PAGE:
State Parks petitions hit the street

[Source: Steve Ayers, Camp Verde Bugle] – The move to put an initiative on the November ballot that supporters hope will stabilize and sustain Arizona’s 27 state parks, is underway. It is known as the Arizona Natural Resources Protection Act. With five state parks located in the Verde Valley, along with the Verde River Greenway, the initiative is getting plenty of support locally.

“This has everything to do with the value of state parks to the Verde Valley and to Yavapai County,” says Chip Norton, president of the Friends of the Verde River Greenway. “It means a lot to our communities and the opportunities it provides for school kids as well as the residents. The tourism component is really big. The amount of money it brings into the valley is pretty phenomenal. They have been hanging on the edge for too long, forcing local communities to keep them going.” Norton and the friends group launched the petition drive at a meeting last Thursday, at a meeting in Cottonwood.

If the initiative makes the ballot and it passes, it would fund the operations of Arizona State Parks as well as the Heritage Fund, which was also raided by the Legislature, with a $14 donation attached to annual vehicle registration. The charge would be automatically added to the registration cost, but vehicle owners could opt out. Supporters hope it will raise $30 million a year. The initiative protects all money donated to the fund from legislative sweeps and re-establishes the Arizona State Parks grant program, which pays for municipal and nonprofit recreation projects across the state. It also provides for free admission to state parks for school-age children when on school sanctioned field trips and sets aside at least one day every year in which anyone could come to a state park for free.

The initiative was launched by the Arizona State Parks Foundation after House Bill 2362, which overwhelmingly passed both the house and Senate, was vetoed by Gov. Jan Brewer. “We have been watching for some time and realized there was growing support for long-term support and a long term funding mechanism of some sort. So we began forming a coalition,” says ASPF Director Christy Statler. “The straw that broke the camel’s back was the governor’s veto. And no legislator wanted to stick their neck out for a referral to the voters, so we mobilized and are moving forward with the Arizona Natural Resources Act.”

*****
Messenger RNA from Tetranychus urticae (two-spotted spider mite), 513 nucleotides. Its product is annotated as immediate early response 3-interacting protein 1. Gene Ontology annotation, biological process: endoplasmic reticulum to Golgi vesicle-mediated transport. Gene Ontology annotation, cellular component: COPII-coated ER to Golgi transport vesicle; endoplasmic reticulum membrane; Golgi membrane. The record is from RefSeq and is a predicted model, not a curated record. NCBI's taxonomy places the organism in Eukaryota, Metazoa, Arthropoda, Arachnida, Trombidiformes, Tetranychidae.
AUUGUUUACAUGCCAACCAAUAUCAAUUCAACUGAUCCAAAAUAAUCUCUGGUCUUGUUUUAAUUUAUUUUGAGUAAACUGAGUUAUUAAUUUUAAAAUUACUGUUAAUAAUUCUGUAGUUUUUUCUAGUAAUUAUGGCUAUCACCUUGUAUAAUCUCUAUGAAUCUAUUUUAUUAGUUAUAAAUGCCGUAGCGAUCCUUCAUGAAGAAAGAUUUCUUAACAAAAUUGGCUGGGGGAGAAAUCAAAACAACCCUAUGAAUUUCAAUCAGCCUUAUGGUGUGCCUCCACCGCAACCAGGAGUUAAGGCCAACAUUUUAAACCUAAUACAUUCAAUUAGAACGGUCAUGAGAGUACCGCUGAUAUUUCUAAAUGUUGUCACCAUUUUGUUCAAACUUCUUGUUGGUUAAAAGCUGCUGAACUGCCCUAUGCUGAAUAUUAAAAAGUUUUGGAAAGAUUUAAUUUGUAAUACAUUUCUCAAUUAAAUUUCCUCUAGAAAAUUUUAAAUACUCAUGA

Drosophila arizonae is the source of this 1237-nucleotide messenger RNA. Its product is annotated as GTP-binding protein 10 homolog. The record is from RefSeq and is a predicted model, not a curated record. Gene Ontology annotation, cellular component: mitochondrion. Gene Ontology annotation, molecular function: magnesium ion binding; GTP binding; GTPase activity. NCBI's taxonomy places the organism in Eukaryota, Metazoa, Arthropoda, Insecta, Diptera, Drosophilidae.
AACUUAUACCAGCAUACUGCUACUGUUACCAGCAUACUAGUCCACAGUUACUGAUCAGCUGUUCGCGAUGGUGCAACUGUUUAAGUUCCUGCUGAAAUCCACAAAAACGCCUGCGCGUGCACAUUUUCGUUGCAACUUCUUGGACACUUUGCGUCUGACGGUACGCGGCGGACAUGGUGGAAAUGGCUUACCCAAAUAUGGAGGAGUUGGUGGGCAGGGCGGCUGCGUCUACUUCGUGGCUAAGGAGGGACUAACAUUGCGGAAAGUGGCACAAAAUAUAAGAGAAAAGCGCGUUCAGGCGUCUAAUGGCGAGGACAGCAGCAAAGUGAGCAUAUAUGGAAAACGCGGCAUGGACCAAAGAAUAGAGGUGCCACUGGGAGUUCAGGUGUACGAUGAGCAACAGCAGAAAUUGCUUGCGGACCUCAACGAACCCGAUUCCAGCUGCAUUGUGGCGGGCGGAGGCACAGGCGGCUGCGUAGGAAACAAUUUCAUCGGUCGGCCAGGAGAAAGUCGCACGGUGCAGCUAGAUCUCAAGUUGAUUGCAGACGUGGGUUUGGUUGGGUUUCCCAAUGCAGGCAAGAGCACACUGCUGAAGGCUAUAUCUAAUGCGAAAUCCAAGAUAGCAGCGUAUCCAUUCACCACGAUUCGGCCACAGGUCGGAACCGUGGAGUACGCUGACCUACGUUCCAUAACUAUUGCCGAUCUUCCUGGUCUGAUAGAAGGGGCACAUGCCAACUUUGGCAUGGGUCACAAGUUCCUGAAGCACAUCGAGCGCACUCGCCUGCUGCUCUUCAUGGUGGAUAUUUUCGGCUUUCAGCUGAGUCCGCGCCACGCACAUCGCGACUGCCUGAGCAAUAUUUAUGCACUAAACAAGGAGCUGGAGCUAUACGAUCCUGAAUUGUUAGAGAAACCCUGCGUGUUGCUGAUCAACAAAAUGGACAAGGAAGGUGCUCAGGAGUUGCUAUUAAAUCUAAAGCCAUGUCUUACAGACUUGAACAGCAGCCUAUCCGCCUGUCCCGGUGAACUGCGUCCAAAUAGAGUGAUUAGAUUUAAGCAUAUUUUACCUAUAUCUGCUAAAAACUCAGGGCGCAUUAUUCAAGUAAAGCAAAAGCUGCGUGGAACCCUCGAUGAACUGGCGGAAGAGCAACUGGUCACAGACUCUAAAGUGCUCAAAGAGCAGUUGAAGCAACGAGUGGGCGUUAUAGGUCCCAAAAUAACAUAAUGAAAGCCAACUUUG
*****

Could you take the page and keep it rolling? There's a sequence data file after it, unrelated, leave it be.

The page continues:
Volunteers will be circulating petitions around the valley over the next few weeks. To get on the ballot, 175,000 signatures will need to be collected statewide by the July 5 deadline.

New Statewide Coalition Rallies For Parks and Open Space

[Source: Christie Silverstein, Arizona Forward, 2/21/2012] – A statewide coalition of business and environmental organizations rallied today at the State Capitol in support of legislation to bolster the financial condition of Arizona State Parks. The lead organizations were Arizona Forward, a statewide business association, and the Arizona State Parks Foundation, backed by 300 other business, environmental and community organizations. Arizona Forward was launched on Aug. 31 with the release of  “Why Parks and Open Space Matter – the Economics of Arizona’s Natural Assets,” a comprehensive examination of the status of Arizona efforts to preserve the outdoor environment. After releasing the primer, Arizona Forward was contacted by parks stakeholders around the state to help form an advocacy coalition.

The immediate purpose of the capitol rally is to show support for HB 2362, a bipartisan bill introduced by Rep. Karen Fann, R‐Prescott, with 22 other sponsors in the House and Senate. The bill would protect the income earned by state parks through entrance fees and other user charges from legislative budget sweeps. Brian Martyn, a Pinal County supervisor and Parks Foundation board member, said the Fann bill is vitally important to state parks in trying to meet business goals. “Like any business, state parks need incentives to meet its objectives, including the assurance that using best business practices will contribute to the financial success of the parks system,” said Martyn.